GE Supplying Gas Engines for Israeli Wastewater Treatment Plant Biogas Energy Project

October 16, 2013

GE is supplying eight of its 1.4 megawatt (MW) ecomagination qualified GE wastewaterThe Shafdan wastewater treatment plant is the largest wastewater treatment plant in Israel and treats municipal wastewater for 2 million people in central Israel. “Mey Ezor Dan” Cooperative Agricultural Water Society LTD (MED) owns and operates Shafdan. MED also is responsible for collecting and treating sewage in the Dan Region. The Shafdan WWTP treats 380,000 cubic meters of municipal wastewater a day from Tel Aviv and surrounding municipalities.

MED, with CDM Smith, designed the new bioenergy facility that will consist of eight anaerobic digesters with a volume of 13,200 cubic meters each—among the largest in the world. The facility will also include one of the world’s largest staged-thermophilic anaerobic digestion processes.

To improve the treatment plant’s efficiency and reduce its environmental impacts, MED is installing the anaerobic digestion system and biogas cogeneration plant to provide on-site heat and power to run the digesters as well as power for the rest of the Shafdan site.

Madei Taas, GE’s authorized Jenbacher gas engines distributor in Israel, and Elco Contracting and Services Ltd.—the country’s largest electro-mechanical contractor— submitted the winning tender to build the new biogas power plant. For the winning bid, Madei Taas emphasized the superior reliability and efficiency of GE’s Jenbacher biogas engine technology compared to other generating equipment.

“GE’s proven Jenbacher units will play a key role in the success of MED’s cogeneration project by generating up to 70 percent of the power required to run the facility while also offering MED important energy savings, particularly during the peak demand periods,” said Eli Matz, general manager of Madei Taas.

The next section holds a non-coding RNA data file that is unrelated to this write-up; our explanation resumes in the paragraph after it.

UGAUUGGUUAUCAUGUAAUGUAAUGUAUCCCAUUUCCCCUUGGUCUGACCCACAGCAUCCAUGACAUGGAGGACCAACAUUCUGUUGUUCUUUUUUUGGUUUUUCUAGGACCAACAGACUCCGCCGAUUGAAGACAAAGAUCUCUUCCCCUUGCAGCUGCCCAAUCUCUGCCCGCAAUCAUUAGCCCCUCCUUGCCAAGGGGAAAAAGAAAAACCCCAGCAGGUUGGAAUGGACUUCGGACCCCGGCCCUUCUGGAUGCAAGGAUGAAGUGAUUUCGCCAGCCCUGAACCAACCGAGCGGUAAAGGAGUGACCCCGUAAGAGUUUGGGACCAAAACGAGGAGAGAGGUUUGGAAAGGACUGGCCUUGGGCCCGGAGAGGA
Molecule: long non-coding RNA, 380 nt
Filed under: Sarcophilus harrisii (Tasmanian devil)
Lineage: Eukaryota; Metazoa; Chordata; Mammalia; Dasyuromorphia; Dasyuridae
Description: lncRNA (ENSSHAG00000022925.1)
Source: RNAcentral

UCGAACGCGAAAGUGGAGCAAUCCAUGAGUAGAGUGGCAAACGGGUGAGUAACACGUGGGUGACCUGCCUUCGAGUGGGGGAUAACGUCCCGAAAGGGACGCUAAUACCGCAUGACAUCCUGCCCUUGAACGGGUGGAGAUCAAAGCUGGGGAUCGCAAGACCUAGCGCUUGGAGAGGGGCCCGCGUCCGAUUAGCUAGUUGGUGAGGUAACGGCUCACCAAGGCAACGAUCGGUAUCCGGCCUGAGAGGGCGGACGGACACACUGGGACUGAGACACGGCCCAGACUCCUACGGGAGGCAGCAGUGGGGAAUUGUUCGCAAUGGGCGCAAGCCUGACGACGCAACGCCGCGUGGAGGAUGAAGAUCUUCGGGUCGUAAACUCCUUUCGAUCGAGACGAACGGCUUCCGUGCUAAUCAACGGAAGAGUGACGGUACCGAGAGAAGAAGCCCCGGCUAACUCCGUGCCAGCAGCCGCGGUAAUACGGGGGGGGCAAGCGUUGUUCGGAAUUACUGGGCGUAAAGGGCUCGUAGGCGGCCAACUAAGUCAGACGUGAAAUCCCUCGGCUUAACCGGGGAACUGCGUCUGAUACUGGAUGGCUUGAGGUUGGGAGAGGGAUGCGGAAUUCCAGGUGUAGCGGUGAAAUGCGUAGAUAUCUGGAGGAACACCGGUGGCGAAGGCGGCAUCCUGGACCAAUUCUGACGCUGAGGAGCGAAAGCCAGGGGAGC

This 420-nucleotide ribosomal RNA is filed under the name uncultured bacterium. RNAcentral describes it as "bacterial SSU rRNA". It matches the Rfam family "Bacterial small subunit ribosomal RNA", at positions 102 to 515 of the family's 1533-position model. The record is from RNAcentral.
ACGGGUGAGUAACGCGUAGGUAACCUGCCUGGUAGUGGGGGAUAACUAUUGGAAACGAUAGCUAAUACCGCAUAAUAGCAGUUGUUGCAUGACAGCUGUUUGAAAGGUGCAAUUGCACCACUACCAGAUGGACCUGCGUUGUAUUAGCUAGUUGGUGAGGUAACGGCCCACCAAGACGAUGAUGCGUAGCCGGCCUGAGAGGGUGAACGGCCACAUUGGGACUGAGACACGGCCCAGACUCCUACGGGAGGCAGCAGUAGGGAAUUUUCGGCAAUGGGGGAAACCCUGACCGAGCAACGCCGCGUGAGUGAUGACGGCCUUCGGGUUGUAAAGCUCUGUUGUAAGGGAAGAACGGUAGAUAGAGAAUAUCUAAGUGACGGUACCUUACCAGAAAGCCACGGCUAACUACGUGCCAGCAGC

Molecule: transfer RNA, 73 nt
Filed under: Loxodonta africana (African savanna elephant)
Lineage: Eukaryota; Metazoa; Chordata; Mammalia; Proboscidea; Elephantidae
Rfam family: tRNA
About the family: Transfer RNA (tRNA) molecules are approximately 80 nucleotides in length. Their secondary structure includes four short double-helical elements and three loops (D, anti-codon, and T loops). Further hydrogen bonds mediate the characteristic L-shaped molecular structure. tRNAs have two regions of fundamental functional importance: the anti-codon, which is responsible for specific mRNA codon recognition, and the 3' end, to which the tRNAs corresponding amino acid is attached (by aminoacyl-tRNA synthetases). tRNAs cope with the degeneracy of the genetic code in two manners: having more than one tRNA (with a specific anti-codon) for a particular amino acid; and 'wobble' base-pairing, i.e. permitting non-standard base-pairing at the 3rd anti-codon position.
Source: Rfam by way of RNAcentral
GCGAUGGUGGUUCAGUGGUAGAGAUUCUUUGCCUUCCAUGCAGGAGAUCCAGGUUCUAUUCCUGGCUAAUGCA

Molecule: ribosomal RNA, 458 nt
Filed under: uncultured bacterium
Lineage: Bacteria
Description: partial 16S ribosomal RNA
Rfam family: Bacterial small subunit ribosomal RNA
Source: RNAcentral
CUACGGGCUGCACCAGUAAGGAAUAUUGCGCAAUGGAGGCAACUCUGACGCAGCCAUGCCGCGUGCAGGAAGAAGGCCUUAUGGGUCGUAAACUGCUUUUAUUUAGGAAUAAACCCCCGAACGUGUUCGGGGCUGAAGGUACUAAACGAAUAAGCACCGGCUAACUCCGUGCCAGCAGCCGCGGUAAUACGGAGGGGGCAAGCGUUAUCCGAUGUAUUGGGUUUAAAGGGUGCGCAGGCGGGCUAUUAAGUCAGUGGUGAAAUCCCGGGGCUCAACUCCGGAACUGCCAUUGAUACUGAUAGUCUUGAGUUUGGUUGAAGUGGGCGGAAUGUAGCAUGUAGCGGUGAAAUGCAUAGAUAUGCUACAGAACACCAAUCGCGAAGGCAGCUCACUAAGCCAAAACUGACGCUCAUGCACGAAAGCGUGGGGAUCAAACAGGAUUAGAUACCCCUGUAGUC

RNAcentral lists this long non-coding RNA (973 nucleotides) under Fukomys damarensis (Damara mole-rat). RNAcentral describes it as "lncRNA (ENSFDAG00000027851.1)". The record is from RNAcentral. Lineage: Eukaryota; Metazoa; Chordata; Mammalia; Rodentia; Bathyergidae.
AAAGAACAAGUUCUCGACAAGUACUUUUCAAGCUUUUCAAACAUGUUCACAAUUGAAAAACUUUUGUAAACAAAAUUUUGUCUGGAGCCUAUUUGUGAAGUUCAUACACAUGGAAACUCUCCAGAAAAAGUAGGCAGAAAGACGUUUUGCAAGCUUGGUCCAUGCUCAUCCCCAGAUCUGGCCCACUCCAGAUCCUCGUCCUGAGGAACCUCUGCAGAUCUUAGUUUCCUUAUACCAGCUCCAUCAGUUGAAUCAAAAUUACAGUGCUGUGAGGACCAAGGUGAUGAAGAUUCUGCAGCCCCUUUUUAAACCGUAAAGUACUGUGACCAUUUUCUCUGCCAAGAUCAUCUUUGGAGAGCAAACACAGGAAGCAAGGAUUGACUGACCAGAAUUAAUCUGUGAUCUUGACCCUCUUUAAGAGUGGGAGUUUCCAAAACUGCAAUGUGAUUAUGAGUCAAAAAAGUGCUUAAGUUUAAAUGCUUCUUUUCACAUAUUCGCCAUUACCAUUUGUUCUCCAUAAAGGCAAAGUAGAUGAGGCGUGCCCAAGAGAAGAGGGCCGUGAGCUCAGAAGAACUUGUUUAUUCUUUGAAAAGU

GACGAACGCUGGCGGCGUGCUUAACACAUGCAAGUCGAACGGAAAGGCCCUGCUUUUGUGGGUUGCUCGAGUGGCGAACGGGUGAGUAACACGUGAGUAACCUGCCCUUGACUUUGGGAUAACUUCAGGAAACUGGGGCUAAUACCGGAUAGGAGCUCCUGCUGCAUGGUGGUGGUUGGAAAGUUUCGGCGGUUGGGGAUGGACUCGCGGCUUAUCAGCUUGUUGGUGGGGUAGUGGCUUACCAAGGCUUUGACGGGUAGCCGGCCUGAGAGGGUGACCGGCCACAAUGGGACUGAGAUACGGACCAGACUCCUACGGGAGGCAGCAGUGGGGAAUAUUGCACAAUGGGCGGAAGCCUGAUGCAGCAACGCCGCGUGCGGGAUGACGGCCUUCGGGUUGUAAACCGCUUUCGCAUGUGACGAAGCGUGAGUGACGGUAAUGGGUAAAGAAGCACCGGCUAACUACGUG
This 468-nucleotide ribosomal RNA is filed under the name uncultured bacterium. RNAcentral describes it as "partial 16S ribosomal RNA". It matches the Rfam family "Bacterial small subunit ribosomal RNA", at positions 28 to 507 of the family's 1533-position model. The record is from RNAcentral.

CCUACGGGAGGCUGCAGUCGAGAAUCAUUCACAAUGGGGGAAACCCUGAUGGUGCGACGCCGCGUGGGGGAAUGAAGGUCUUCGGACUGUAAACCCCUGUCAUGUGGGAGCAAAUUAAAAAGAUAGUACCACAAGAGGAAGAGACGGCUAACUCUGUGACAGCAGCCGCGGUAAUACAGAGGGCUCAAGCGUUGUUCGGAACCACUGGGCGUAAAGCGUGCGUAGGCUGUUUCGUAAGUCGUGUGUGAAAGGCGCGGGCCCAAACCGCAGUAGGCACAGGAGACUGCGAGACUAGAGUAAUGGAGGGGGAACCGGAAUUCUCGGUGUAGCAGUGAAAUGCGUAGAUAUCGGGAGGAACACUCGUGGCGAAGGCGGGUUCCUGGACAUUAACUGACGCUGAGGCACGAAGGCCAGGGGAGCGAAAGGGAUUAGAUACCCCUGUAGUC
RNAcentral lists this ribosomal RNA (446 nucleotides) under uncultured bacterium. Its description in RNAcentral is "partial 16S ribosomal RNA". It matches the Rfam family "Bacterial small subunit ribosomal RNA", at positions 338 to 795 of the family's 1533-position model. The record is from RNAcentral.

The project ties in with the Israeli government’s support of expanding biogas energy production through the creation of a special feed-in tariff that makes such renewable energy projects more economically viable.

GE’s ecomagination qualified biogas engines are scheduled to be delivered to Israel in April 2014 and installed by October 2014. The new biogas power plant is scheduled to start commercial operation in 2015 and is expected to serve as an important model for other similar projects in Israel and throughout the world.

“We are very pleased to demonstrate the economic and environmental benefits of our Jenbacher biogas engines, which can help MED and other industrial operations in Israel reduce the environmental impacts of their activities while also helping them capture and reuse their own waste products as a ‘free’ energy resource,” said Karl Wetzlmayer, general manager—gas engines for GE Power & Water.

GE’s Jenbacher units are part of GE’s ecomagination portfolio. To qualify for the portfolio, products and services must demonstrate both improved economic value and environmental performance. Ecomagination is GE’s commitment to provide innovative solutions that maximize resources, drive efficiencies and make the world work better.

GE’s Jenbacher engine technology is part of the company’s portfolio of innovative distributed power solutions, designed to give businesses and communities around the world the ability to generate more reliable and efficient power using a variety of fuels in very diverse locations, whether on or off the grid. GE’s distributed power portfolio also includes GE’s aeroderivative gas turbinesWaukesha gas engines andClean Cycle waste heat recovery solutions.

Source: Business Wire

Photo: CDM Smith